Grant Research: Make Better Strategic Decisions with a Decision Matrix

In the first article in this blog series, we identified a process to streamline your grant research. But how do you find the right grants for your specific needs? Enter the decision matrix.

No, this is not a new blockbuster sci-fi thriller. A decision matrix is a method you can use to evaluate a list of possible options. And it can be an important part of your grantseeking efforts.

When applied to grantseeking, a decision matrix provides a simple way to consider the various factors in play so you can determine which funding opportunities best fit your needs.

drawing of a man standing on a cloud watching a woman with a laptop working on GrantStation's decision matrix

The approach we outline is a two-step process. To start, you'll establish a set of criteria to evaluate your list of potential funders. Then, you'll “weigh” the different criteria based on your situation.

Creating Your Criteria

In this initial step, you'll ask yourself a series of questions to help you determine whether a funding opportunity is appropriate for your organization. The questions you ask yourself can vary depending on your needs, but if you've never performed this kind of evaluation before, here are some questions to get you started.

These first two questions will serve as a “first cut.” If these answers are “no,” the funding opportunity would not be a good fit for your project:

  • Do we meet their eligibility requirements?
  • Is this funding opportunity consistent with our mission?

These next questions are first-glance considerations you could evaluate:

  • Are we in the funder's geographic giving area?
  • Do we address the funder's areas of interest?
  • Do we serve their target population?
  • Does the funder provide the type and amount of support we need?

Next, here are some questions that may apply to your organization’s credibility and readiness:

  • What is our credibility with this funder?
  • Do we have the subject matter expertise for the project?
  • Do we have fiscal expertise to manage this award?
  • Are the project plan and budget already developed?
  • Do we have support from the board, staff, and partners?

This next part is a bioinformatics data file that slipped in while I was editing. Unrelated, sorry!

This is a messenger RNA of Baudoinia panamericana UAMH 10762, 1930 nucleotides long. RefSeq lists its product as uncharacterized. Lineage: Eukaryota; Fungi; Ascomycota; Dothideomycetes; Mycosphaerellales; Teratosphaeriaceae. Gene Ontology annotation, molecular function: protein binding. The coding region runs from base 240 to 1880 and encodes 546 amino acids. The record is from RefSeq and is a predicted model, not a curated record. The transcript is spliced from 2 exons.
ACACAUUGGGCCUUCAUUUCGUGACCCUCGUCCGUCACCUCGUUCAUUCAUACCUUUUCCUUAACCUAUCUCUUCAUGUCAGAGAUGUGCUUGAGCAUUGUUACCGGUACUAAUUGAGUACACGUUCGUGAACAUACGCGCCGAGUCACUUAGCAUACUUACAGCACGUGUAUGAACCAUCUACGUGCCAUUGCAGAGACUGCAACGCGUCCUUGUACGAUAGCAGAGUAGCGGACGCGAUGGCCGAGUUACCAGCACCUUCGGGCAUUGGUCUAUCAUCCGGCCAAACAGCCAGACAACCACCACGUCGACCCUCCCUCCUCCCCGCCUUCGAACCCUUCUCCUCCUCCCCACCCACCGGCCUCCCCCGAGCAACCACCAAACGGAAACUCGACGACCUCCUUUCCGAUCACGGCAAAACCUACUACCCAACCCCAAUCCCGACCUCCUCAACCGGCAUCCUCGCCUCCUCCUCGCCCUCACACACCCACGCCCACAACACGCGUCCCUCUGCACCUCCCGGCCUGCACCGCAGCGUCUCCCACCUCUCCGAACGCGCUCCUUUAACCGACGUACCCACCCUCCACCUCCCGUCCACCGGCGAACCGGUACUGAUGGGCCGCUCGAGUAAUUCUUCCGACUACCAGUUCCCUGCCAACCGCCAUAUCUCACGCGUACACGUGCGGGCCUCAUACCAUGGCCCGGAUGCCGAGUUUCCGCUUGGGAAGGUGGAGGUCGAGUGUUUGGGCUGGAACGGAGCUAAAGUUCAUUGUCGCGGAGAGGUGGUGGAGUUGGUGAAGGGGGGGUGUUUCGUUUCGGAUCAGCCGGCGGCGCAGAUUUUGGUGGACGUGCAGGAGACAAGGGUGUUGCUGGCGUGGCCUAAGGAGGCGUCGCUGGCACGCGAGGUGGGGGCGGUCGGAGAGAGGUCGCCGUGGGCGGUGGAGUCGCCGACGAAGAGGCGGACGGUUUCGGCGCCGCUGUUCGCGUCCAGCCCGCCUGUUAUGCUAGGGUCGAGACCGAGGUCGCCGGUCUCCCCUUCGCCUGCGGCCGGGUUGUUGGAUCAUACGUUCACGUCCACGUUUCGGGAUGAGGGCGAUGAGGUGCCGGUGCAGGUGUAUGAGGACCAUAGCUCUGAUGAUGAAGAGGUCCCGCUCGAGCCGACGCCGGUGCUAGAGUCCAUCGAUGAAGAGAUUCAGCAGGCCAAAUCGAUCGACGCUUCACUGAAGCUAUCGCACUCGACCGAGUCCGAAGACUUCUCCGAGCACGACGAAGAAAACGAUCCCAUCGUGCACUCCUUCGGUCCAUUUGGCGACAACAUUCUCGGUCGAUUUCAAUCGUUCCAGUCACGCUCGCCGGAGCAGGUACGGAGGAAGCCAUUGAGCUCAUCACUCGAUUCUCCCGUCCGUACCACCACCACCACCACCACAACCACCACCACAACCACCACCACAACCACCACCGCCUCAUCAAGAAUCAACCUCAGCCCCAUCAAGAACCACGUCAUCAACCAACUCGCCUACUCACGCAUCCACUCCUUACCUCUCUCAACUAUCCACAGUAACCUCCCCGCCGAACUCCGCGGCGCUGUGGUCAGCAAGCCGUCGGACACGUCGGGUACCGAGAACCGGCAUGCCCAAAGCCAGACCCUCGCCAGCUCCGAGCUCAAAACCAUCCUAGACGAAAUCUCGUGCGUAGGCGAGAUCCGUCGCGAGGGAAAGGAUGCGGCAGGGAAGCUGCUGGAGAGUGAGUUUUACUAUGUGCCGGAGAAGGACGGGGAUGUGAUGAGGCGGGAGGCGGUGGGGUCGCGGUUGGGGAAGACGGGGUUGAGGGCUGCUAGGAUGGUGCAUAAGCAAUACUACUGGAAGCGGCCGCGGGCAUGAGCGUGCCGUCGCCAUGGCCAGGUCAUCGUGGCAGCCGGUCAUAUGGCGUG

At this point, you might want to evaluate the effort required and whether the timing is right. This will help you ensure that the funding opportunity is a good fit for your resources and that you won't be stretched too thin. With that in mind, consider the following:

  • How complex are their application guidelines?
  • Is there adequate time to write this proposal?
  • Does the funder require a copy of our latest financial audit?
  • Does the funder require a match?
  • Does the award date fit the project timeline?
  • How complex are their project evaluation requirements?

As you customize your decision-making matrix, add additional questions that make sense to your organization and project.

Evaluating Your Criteria

Next, it's time to determine the “weight” of the criteria by creating a numbering system. For example, you might evaluate each question or all criteria on a scale of one to five, or you could weigh some criteria higher or lower. Again, the idea is to make it relevant to your organization and situation to find the best funding opportunities for you.

The last step in creating the decision-making matrix is to identify your cutoff points. Establish the range amounts to decide if the funding opportunity

  • Should move forward to the strategy list
  • Needs further research or follow-up with the funder
  • Should not move forward

More at GrantStation, a TechSoup Partner

To amplify your grantseeking efficiency and effectiveness, we at GrantStation offer our members a range of resources. Our members gain access to the Decision Matrix, plus a personalized dashboard that allows you to preserve, assess, and monitor grantmakers on your journey toward securing crucial funding.

GrantStation members also get access to a database of U.S. charitable, federal, and state government funders that are actively accepting proposals and letters of inquiry.

TechSoup members can get a one-year GrantStation membership for just $99 on February 13 and 14, 2024.


Additional Resources

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